That would have positioned Ann as coming back for more rather than holding onto nothing, and her self-blame would have been easier to swallow. It would have also made her initial attraction more plausible; other than her own pathology, I can’t figure out why she’d bother.
… (mer)
Novelhistorian | Jan 31, 2023 |
Todd, Janet. The Cambridge Introduction to Jane Austen. Second Edition. Cambridge UP, 2015.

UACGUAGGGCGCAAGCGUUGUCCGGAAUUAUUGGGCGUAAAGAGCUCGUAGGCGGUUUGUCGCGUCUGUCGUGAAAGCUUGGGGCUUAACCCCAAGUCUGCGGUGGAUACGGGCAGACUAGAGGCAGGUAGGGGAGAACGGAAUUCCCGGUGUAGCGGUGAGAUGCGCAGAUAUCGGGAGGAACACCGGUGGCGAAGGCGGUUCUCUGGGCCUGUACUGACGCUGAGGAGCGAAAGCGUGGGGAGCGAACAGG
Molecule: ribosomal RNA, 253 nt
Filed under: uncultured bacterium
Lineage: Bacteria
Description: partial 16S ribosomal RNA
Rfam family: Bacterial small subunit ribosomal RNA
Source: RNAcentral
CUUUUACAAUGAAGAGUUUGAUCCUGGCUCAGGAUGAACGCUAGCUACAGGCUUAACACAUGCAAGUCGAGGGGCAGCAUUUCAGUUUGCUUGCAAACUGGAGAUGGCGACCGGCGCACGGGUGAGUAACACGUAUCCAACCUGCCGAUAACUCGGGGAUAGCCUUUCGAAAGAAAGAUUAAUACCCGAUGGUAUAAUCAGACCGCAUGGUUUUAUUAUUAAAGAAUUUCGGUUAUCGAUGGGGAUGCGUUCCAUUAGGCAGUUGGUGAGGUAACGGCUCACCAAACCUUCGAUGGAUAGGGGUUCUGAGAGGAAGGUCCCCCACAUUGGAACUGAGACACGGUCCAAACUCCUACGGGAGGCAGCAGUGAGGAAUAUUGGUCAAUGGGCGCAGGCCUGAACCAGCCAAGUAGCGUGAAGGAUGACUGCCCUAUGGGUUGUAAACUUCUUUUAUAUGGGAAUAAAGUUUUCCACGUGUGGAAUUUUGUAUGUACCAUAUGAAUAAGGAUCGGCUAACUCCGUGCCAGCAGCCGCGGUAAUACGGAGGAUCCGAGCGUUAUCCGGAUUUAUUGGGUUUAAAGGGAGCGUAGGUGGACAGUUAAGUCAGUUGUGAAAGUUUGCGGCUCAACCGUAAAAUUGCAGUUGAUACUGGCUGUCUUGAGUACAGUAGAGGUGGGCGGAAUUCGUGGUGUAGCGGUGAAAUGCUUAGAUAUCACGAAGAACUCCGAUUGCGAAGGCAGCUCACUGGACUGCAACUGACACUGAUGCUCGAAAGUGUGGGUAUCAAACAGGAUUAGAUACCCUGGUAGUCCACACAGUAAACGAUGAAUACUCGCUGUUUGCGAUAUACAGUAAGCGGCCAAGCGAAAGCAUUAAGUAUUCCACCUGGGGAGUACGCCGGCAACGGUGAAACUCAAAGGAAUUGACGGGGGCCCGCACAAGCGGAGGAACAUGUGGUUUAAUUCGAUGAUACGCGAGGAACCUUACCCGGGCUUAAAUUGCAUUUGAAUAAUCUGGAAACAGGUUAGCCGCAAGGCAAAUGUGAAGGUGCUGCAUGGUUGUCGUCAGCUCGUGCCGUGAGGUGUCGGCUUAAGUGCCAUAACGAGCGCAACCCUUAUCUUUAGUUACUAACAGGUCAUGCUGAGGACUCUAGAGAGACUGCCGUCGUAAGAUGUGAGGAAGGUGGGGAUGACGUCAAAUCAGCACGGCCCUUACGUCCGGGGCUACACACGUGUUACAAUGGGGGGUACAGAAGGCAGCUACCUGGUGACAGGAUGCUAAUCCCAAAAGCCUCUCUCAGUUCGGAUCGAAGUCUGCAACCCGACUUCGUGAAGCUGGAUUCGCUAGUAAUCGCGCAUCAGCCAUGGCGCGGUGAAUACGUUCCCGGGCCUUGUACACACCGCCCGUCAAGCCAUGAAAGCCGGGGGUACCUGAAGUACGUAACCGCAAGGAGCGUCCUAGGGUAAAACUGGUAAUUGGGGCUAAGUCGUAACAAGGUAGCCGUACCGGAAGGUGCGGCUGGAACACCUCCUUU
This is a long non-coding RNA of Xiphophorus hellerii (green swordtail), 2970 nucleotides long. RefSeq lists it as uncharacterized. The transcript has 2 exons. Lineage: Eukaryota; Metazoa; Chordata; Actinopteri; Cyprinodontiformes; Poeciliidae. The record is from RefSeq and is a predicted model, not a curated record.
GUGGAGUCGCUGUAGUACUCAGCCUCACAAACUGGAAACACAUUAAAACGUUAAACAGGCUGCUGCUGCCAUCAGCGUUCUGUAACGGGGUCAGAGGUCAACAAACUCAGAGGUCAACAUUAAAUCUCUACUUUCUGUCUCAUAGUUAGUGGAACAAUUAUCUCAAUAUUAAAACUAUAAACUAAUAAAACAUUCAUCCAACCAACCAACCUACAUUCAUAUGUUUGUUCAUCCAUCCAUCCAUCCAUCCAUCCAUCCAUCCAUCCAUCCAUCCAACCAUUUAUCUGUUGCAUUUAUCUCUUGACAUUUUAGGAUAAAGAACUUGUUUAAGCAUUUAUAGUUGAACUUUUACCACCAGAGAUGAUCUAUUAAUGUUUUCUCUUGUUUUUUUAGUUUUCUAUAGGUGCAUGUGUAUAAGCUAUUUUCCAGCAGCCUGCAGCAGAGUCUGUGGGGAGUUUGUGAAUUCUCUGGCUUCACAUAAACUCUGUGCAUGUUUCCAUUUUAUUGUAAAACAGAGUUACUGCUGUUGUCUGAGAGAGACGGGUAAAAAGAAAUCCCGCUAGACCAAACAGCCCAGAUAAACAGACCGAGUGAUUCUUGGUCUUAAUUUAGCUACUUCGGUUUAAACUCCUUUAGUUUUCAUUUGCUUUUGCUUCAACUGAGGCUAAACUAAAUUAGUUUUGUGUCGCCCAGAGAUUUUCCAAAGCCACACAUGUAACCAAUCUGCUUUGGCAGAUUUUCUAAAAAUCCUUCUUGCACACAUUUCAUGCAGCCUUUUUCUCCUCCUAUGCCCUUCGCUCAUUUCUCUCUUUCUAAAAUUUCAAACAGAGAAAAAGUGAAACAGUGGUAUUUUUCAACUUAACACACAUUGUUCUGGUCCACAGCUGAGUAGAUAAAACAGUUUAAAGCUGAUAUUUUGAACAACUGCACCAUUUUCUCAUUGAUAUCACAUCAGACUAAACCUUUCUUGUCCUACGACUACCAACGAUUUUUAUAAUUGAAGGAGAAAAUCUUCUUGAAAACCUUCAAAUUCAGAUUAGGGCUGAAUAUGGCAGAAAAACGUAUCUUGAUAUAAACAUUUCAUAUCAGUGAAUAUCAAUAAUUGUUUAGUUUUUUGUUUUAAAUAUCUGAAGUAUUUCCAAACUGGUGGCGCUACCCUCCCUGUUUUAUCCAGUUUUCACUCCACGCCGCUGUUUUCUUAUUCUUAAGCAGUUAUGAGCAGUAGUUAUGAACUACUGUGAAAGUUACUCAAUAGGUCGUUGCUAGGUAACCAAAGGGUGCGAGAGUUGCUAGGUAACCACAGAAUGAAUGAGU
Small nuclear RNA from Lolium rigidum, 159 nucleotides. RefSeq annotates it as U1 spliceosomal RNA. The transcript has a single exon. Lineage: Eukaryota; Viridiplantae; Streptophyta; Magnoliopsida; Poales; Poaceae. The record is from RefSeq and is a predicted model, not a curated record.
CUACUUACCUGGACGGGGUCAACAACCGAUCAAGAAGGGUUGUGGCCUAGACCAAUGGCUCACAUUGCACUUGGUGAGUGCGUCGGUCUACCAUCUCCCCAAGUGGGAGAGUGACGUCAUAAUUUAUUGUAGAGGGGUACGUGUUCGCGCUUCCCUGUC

Janet Todd has written an insightful set of interpretive essays on the novels of Jane Austen, but it is a collection best read after one has read the novels. This Cambridge Introduction, then, is not so much a preparation to read the novels but perhaps a preparation to reread them. There is no new biographical research here, so the first chapter that deals with the life and times of the author seems thin. I did not find much new in the discussion of Northanger Abbey, and the last chapter that covers our current Jane Austen Industry seems thrown together. Perhaps it was a needed justification to publish a second edition. It would be interesting to compare the cinematic approaches to Austen’s novels, but there is no mention of Emma Thompson’s adaptation of Sense and Sensibility or Joe Wright’s treatment of Pride and Prejudice. Todd is on solider ground in discussing the novels themselves. She points out, for instance, that most of the characters in Sense and Sensibility display both the title qualities in different degrees and that in Pride and Prejudice, the two title terms become harder to distinguish as the novel progresses. In discussing Mansfield Park, Todd explains that Austen was aiming at a different audience than she was in Pride and Prejudice, which may account for its less comic tone. Turning to Emma, I was amused at Todd’s suggestion that Emma’s life as an adult would not have been much changed if she had not married Mr. Knightly, who unlike Darcy, is more cash-poor than his bride. Finally, in Persuasion, Todd finds Austen dramatizing the breakdown of the feudal order of the earlier novels. Wentworth, as a self-made man, is more like Bingley than Darcy but with no need to rent a house in the country. 4 stars.… (mer)